2020 Biblical Studies Symposium

Conference Postponed

Due to the challenges posed by COVID-19 we believe the best course of action is to cancel this summer’s conference. We want to do our part to ensure the safety and well-being of everyone involved. Nonetheless, the Divinity school at St Andrews remains invested in this project and we aim to reorganise the event with the same topic for some time next school year, either in the spring or summer of 2021. Further information will be available once details are finalised.

Aspects of Belief in West Asia and the Mediterranean Basin (1000 BCE – 100 CE)
University of St. Andrews — Dates TBD

Discussions of the ancient world usually assume that the ancients believed the gods were intimately involved in everything from the realm of politics and climatological phenomena to cultic rituals and daily activities. Yet, recent scholarship challenges this reductive presentation of ancient belief and its place in cults and in society. As such, we might ask: What does it mean to “believe” in the ancient world?

The 2020 University of St Andrews Biblical Studies Symposium is now accepting abstracts of 500 words or less from professional scholars and postgraduate students. We encourage scholars from a number of disciplines to participate, as our symposium aims at fostering an interdisciplinary discussion about ancient belief. Therefore, scholars in Classics, Assyriology, archaeology, the philosophy of religion and biblical studies are welcome.

Plenary speakers include:

  • Dr. Erin Darby, University of Tennessee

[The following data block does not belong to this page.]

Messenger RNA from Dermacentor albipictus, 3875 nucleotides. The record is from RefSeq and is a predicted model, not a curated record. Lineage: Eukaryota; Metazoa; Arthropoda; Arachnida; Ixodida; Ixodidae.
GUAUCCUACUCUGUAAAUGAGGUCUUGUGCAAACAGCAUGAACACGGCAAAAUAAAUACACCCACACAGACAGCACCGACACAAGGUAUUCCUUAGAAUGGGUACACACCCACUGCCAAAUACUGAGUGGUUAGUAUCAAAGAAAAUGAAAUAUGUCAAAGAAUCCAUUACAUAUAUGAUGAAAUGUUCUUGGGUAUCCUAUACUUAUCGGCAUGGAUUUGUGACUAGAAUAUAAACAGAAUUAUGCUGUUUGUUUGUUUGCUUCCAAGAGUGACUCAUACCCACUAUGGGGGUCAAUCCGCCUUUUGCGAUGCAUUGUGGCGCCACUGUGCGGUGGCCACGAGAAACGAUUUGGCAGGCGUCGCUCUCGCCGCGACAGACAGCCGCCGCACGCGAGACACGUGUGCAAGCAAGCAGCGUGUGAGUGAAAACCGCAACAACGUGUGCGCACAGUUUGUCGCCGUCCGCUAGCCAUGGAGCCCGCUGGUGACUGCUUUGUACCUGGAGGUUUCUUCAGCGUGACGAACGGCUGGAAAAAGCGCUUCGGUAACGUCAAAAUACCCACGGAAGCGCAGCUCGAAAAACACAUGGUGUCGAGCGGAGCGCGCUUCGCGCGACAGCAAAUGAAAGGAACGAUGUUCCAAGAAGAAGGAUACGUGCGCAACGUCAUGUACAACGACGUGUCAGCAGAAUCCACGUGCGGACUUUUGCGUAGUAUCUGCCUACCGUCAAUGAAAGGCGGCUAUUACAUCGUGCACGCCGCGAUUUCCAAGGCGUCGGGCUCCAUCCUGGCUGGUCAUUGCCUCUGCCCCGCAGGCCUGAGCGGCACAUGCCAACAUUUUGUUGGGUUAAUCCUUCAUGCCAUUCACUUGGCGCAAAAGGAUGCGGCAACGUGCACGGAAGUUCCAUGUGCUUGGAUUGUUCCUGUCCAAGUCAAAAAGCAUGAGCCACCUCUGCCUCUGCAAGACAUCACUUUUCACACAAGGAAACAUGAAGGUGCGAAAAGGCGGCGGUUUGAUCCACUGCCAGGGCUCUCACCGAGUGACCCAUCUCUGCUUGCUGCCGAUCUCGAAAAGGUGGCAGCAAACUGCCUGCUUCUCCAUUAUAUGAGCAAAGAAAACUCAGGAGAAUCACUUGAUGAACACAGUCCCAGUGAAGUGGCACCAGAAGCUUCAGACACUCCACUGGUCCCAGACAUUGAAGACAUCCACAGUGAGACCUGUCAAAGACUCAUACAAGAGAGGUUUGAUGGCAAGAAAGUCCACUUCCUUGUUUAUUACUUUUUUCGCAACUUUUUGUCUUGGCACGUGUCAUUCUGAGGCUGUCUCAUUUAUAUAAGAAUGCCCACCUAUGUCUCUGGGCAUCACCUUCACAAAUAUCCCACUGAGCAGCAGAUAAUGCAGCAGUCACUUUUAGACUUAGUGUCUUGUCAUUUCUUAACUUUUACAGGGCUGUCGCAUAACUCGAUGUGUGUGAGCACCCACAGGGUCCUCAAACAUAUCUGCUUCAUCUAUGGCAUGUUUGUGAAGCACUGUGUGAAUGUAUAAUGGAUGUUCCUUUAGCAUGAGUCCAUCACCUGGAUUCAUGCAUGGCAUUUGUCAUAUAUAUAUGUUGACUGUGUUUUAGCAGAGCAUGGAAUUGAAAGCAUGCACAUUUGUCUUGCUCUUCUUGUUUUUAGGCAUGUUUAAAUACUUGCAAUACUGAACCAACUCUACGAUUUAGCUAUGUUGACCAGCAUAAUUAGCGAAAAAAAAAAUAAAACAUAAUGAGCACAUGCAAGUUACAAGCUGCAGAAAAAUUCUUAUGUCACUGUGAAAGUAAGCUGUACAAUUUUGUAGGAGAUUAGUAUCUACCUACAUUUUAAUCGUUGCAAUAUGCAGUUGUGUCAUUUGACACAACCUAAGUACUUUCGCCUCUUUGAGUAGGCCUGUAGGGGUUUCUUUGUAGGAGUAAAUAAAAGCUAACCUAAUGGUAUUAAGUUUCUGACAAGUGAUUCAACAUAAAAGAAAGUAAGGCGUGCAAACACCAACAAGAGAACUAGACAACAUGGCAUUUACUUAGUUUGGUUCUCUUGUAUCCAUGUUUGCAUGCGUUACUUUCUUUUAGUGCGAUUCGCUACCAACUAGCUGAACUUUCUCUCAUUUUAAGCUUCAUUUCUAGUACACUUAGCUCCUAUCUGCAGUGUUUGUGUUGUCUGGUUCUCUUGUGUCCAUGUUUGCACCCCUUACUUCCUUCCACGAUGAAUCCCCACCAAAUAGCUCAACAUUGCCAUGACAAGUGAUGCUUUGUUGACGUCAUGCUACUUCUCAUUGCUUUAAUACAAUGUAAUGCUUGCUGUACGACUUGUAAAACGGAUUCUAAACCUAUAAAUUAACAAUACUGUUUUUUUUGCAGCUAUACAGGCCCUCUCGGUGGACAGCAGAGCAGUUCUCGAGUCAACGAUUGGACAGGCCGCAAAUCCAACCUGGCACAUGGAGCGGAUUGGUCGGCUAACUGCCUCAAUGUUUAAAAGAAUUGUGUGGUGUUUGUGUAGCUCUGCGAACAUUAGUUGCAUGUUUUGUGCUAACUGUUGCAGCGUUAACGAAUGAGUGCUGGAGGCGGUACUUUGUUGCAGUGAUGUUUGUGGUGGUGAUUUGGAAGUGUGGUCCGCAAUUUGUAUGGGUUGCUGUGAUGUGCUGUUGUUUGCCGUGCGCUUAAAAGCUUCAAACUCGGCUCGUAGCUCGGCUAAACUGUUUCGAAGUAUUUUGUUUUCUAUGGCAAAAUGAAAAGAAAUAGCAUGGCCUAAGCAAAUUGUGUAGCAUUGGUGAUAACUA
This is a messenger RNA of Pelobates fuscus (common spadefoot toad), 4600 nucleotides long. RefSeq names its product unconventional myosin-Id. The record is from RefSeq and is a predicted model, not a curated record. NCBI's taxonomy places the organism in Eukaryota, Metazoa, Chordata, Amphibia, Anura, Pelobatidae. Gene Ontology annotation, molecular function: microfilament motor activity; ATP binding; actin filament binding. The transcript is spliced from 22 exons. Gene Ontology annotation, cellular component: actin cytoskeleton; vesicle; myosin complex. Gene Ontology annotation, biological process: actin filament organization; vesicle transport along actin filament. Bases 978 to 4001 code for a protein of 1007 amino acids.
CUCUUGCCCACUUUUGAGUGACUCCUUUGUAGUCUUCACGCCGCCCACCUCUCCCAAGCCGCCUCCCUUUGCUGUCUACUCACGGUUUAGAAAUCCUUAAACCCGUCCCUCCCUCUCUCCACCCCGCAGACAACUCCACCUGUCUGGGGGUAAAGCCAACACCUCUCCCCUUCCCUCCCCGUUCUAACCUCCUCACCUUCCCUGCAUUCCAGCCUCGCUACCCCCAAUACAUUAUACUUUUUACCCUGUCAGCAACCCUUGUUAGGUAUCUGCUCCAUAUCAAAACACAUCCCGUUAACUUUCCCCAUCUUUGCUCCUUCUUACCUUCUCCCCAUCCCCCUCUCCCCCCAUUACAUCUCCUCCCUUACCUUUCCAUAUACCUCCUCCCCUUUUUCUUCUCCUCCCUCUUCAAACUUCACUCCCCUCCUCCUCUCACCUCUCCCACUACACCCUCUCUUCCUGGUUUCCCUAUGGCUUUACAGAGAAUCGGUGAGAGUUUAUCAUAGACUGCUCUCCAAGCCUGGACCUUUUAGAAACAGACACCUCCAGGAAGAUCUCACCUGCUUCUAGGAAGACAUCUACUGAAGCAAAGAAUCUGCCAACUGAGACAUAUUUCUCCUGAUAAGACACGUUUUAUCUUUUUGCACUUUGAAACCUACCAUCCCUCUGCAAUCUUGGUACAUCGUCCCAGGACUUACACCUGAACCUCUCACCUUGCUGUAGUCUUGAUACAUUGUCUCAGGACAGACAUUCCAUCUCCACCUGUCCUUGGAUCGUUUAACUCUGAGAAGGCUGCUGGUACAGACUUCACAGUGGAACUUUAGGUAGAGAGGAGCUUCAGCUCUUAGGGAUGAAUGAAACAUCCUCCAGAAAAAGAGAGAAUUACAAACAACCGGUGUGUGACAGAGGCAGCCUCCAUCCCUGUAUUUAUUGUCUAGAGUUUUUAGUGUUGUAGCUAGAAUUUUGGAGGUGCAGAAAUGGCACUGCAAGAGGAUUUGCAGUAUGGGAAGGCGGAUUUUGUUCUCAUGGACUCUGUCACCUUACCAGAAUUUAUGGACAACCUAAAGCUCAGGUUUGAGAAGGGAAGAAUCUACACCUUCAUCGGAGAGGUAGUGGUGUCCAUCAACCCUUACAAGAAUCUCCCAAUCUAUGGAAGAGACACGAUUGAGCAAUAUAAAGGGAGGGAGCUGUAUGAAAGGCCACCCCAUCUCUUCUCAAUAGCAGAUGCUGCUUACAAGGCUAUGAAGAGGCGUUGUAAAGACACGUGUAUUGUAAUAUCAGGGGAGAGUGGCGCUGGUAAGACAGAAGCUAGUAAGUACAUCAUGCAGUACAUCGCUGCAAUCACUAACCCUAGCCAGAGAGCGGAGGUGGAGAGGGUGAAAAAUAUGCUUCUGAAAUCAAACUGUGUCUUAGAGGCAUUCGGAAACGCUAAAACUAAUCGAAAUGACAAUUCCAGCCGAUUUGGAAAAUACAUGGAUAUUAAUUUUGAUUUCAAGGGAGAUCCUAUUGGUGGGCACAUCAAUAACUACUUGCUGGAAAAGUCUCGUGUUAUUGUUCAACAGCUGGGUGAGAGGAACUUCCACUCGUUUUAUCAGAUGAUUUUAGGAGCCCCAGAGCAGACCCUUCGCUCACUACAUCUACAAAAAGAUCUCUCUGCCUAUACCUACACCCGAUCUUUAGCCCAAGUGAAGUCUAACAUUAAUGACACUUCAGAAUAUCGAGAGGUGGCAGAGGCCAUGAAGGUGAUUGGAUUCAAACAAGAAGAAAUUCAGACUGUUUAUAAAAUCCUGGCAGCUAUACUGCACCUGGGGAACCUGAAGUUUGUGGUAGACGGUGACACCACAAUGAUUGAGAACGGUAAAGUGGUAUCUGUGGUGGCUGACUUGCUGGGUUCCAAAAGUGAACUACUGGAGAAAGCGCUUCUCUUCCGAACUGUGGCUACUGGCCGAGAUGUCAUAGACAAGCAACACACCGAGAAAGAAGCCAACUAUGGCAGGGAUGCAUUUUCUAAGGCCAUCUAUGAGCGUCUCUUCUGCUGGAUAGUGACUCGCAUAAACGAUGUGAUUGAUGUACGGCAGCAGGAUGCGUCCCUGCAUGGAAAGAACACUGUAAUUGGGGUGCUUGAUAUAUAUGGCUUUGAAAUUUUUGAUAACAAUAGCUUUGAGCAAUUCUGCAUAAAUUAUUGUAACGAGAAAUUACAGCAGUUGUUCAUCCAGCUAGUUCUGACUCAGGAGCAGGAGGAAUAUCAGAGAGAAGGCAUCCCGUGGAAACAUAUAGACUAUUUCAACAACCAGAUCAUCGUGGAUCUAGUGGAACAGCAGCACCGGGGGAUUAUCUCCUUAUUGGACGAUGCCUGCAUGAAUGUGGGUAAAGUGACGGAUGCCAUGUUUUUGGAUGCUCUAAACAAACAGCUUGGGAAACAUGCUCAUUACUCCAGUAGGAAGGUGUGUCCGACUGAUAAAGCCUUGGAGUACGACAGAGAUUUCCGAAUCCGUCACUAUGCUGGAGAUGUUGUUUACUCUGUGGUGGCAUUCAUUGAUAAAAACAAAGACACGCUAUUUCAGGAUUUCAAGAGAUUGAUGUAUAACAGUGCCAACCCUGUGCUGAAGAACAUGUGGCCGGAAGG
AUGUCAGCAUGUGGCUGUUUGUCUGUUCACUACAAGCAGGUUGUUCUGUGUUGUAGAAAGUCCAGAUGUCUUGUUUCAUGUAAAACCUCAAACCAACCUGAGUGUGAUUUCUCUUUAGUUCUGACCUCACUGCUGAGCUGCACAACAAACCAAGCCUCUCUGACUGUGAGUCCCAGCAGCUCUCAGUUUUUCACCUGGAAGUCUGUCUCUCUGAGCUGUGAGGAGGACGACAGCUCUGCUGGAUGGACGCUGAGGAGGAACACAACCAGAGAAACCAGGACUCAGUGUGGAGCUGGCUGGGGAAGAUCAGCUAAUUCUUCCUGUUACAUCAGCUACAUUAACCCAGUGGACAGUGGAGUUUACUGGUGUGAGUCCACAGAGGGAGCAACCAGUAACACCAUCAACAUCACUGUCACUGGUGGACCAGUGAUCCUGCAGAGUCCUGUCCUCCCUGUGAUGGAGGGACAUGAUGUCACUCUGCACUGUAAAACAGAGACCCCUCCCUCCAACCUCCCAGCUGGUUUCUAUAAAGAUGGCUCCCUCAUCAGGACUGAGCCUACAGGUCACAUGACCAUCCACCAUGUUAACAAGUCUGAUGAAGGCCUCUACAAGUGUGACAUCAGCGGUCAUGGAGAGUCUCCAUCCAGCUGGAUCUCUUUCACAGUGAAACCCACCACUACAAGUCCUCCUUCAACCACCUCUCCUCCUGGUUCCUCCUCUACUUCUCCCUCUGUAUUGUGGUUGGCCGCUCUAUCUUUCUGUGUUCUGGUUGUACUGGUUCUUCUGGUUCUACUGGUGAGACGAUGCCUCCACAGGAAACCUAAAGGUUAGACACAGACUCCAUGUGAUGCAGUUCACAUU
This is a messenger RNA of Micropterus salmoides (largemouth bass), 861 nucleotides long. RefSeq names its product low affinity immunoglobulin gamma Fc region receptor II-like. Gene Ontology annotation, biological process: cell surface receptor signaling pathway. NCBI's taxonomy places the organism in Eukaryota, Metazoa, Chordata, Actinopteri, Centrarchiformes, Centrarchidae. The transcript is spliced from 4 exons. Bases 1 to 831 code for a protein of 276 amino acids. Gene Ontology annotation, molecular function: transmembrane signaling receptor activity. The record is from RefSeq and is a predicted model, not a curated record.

• Prof. Tom Harrison, University of St Andrews
  • Prof. Teresa Morgan, University of Oxford
  • Prof. Hindy Najman, University of Oxford
  • Dr. Matthew Novenson, University of Edinburgh
  • Dr. Brent Strawn, Duke University
  • Prof. Tim Whitmarsh, University of Cambridge

The following topics are a selection of possible focal points for research papers:

  • The etymology of “belief” in ancient textual traditions
  • The extent to which particular texts reflect the beliefs of the people they discuss
  • The use of belief as a boundary marker for social and religious groups
  • Non-belief and the issue of “atheism” in the ancient world
  • The relationship between belief and ritual
  • Individual versus group beliefs
  • How material culture can inform our interpretations of belief
  • Differences or similarities of beliefs cross-culturally
  • Belief and “faith” in the Hebrew Bible and New Testament
  • Belief and the philosophy of religion
  • Belief as a literary motif in textual traditions

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